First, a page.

When it comes to weddings, people usually decide upon either a winter wedding and Summer wedding. These are the most popular choices and depending on which one you are attending, you’re more than likely going to be wearing a different outfit. Here we are going to tell you what you should be wearing to a winter wedding.
When it comes to your winter schedule, you will probably find that it is one of the busiest times of the year. While you’ll probably be inundated with festive parties, Christmas dos, New Year’s Eve events and the odd Thanksgiving meal, you’ll also more than likely find that you have a wedding to attend. Now as always, what you wear to a wedding is a pretty big deal, especially in this day and age where it takes literally nothing to annoy a bride or groom and supposedly ruin their big day. This might be by way of getting too drunk or prematurely eating the cake, but that said, your outfit could also piss them off.
So first things first, you need to properly nail what you’re going to wear on the head and while you may be sat there thinking ‘well I went t0 a wedding last summer and my outfit was great’, the first rule to remember is that summer and winter wedding attire is completely different. Typically the first thing you should do is check the invitation, as chances are the people getting married have actually outlined a dress code for you and this should be your indicator of how to dress on the big day.
When it comes to dressing for a winter wedding, you can always expect it to be cold, especially if you are living in the United Kingdom. Here we have just experienced one of the coldest winters on record and this kind of weather definitely determines what you will want to be wearing. Remember that weddings aren’t just inside. Typically the happy couple have set time aside for pictures which more often than not are outside, and let’s face it you’re not going to want to be stood waiting around in a flimsy suit jacket.
So what do you wear to a winter wedding? Well, below we’ve come up with some simple tips and advice that we hope you’ll follow when deciding what on earth you’re going to wear to one.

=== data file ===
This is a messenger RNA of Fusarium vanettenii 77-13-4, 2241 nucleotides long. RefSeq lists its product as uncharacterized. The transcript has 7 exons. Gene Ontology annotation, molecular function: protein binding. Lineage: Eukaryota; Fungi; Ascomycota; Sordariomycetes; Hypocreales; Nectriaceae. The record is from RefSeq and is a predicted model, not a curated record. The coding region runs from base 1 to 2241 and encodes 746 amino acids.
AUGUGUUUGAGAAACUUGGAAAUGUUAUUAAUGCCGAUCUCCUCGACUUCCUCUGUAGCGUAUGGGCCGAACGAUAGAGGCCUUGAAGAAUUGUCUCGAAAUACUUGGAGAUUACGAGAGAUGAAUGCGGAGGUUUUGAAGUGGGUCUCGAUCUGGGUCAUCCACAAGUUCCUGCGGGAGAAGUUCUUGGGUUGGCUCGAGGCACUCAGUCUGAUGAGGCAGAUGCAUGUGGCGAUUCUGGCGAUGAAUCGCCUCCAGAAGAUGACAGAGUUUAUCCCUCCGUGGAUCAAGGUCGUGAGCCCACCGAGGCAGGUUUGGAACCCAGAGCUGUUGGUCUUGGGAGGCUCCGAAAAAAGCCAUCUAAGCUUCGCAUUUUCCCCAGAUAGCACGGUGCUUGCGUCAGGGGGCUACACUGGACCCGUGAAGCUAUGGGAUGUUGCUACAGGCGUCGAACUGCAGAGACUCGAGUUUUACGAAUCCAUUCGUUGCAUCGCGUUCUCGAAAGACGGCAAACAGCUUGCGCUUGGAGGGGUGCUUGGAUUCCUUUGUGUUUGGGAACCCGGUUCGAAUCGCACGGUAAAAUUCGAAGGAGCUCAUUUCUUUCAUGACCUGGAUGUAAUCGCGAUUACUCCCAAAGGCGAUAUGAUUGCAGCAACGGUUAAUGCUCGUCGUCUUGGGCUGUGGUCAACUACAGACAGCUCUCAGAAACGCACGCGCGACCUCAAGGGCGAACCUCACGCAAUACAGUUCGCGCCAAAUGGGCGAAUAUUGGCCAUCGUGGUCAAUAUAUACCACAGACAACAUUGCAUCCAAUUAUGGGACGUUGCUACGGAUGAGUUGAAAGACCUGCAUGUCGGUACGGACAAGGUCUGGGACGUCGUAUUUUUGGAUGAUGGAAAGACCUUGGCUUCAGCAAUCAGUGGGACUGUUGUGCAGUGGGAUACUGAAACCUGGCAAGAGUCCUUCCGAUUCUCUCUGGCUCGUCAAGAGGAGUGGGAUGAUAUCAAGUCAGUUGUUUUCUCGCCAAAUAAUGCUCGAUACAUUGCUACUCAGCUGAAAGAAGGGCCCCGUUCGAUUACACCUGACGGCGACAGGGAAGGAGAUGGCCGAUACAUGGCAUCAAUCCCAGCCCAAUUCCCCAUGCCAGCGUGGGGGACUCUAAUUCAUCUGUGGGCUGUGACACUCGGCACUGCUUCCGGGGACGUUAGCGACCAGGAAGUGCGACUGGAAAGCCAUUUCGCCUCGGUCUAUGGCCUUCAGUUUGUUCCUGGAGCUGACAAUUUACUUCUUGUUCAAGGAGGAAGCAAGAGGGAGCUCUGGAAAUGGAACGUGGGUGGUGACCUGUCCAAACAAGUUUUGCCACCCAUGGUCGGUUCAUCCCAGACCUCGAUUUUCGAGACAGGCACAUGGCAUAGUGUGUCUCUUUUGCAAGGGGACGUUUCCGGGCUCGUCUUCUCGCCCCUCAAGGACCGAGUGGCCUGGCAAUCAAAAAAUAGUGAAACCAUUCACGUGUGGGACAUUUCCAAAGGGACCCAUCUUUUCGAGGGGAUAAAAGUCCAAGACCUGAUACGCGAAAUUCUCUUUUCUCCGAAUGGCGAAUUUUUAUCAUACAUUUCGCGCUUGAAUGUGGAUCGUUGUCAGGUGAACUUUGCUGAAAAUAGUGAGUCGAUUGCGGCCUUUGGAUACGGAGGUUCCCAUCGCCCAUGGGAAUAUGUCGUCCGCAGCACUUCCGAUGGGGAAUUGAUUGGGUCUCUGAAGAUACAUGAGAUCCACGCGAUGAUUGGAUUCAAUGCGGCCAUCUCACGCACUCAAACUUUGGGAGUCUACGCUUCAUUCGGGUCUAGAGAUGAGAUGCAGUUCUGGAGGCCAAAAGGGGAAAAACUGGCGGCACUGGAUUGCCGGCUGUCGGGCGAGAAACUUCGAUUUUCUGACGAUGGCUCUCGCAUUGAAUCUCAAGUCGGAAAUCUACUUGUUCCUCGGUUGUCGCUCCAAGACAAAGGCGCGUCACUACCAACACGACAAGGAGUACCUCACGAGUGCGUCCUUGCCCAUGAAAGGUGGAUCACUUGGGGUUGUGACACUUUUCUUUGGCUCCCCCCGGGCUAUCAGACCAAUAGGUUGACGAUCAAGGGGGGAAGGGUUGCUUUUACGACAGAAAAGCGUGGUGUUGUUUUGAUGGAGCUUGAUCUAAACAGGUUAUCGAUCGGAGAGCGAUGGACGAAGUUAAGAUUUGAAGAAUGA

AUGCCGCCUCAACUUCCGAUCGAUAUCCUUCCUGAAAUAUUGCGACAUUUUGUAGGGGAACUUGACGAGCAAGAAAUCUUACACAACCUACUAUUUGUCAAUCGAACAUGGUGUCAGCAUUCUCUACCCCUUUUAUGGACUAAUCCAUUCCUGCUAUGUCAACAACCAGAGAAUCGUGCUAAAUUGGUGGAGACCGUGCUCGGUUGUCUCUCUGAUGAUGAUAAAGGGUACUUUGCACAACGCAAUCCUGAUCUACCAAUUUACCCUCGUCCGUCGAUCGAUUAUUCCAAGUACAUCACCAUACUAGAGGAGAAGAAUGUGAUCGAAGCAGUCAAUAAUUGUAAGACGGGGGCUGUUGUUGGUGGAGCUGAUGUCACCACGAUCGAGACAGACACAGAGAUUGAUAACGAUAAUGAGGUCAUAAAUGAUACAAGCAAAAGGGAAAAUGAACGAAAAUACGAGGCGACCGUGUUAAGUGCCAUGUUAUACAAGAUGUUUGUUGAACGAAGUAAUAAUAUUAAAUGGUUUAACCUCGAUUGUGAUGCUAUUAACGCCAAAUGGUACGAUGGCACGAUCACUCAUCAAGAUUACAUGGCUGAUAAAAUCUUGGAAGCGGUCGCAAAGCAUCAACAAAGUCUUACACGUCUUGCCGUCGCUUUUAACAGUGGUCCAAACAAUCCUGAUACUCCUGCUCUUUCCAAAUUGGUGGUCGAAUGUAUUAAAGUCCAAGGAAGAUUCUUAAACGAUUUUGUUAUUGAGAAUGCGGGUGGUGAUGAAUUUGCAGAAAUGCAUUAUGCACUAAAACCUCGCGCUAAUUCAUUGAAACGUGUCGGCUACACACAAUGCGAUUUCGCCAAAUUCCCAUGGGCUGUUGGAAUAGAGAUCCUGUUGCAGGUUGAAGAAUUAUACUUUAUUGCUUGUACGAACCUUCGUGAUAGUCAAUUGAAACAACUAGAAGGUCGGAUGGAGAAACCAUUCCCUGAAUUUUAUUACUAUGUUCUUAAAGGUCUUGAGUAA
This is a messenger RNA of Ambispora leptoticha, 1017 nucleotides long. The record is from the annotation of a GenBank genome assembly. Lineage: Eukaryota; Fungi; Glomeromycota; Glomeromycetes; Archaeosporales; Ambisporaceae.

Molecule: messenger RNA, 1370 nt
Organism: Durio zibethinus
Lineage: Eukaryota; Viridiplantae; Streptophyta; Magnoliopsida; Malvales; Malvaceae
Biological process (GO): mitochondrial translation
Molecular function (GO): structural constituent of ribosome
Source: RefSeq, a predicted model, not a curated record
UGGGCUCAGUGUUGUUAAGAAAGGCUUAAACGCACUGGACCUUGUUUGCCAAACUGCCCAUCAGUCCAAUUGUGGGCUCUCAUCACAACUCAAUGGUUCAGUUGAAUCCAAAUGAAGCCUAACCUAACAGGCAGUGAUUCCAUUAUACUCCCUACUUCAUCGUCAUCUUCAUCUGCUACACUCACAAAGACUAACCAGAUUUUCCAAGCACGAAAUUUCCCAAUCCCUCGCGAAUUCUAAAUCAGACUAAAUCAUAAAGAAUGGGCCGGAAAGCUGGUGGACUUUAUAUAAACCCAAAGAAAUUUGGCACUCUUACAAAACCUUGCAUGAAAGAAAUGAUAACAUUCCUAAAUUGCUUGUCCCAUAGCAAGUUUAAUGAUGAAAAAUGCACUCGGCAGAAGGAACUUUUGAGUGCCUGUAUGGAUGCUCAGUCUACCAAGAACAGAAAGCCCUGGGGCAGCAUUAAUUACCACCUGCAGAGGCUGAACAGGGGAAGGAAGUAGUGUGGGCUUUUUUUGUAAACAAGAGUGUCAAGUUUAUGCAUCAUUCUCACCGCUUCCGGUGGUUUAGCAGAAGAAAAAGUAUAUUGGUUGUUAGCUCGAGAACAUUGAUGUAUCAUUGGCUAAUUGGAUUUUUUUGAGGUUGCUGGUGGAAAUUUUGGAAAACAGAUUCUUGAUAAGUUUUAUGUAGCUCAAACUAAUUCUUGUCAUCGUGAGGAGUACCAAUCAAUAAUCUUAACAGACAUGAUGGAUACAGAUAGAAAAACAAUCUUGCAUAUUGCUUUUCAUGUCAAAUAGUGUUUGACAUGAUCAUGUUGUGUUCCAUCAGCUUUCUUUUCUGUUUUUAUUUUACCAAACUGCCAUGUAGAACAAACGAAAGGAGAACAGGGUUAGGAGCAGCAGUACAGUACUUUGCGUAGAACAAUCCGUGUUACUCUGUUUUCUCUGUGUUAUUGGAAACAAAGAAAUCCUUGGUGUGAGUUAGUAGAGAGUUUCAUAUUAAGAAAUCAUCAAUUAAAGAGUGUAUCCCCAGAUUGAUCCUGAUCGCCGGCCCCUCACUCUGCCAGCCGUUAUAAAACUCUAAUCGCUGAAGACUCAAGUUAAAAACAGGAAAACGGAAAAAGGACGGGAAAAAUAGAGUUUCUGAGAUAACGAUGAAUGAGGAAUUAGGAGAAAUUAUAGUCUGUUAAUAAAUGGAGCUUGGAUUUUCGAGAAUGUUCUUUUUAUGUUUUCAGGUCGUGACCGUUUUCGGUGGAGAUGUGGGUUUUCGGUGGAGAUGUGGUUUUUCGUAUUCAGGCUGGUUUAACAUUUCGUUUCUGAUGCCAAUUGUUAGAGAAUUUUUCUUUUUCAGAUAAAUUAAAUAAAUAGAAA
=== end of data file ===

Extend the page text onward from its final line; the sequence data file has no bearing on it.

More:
What Suit Should You Choose
As we’ve said, with a wedding taking place in the winter months you can expect that it is going to be bitterly cold. If you know this is going to be the case then what you want to do is invest in a three-piece suit. The reasoning behind this is obvious – the extra layers will keep you warm, whilst making you look extra smart. Adding in a waist coat will give you additional insulation, so when you’re outside waiting for it to be your turn to have your picture taken, you can guarantee that you’ll feeling a lot warmer than you would be if you had worn that suit you wore to that summer wedding.
If you don’t fancy wearing a three-piece suit, or perhaps you aren’t close enough to the bride and groom to dress up this smartly, then we suggest going for a standard suit in a suitable material (we’ll move onto which material shortly). What you need to remember is that, with all suits, fit is everything. When it comes to a wedding, they say that all eyes are on the bride and groom, but don’t think that means you can shy away from going the extra mile. Remember that if divorce doesn’t swing their way, the pictures taken on the big day are likely to be shown countless times for the foreseeable future, so you probably want to be looking your best.
Go for a suit that has a natural shoulder line, sits tightly at the waist (you don’t want a baggy suit on any occasion) and if you feel comfortable enough, find yourself some trousers that taper slightly. If you already have a suit that you just can’t let go of and could do with a bit of modernising, then head down to a tailor to get it sharpened up. This isn’t actually as expensive as you probably think and will leave you looking a lot better than if you just threw it on as it was. The same goes for if you are buying a new suit – chances are it will fit your rough measurements, but if you want it to really fit like a glove then you are going to need to go down to a tailors and have them see to it.
Whatever suit you choose we always suggest and encourage that a white shirt is best. Don’t go for anything gimmicky and if you aren’t sure, follow your gut instinct and avoid whatever you’ve got your hands on and stick to white. That way, you’ll look put together and the only thing you need to worry about is your shoes and a tie.
Winter Wedding Suit Materials
With this in mind, assuming that it is a suit that you are required to wear, before you start even looking for one you need to assess what material it is that you’re after. For a winter wedding, as we have mentioned before and cannot stress enough, chances are there will be points when you will be feeling the brutal chill that comes with those colder months. If you think this will be the case then you’re going to want to get yourself a suit that comes in a heavier material than if you were going to a summer wedding.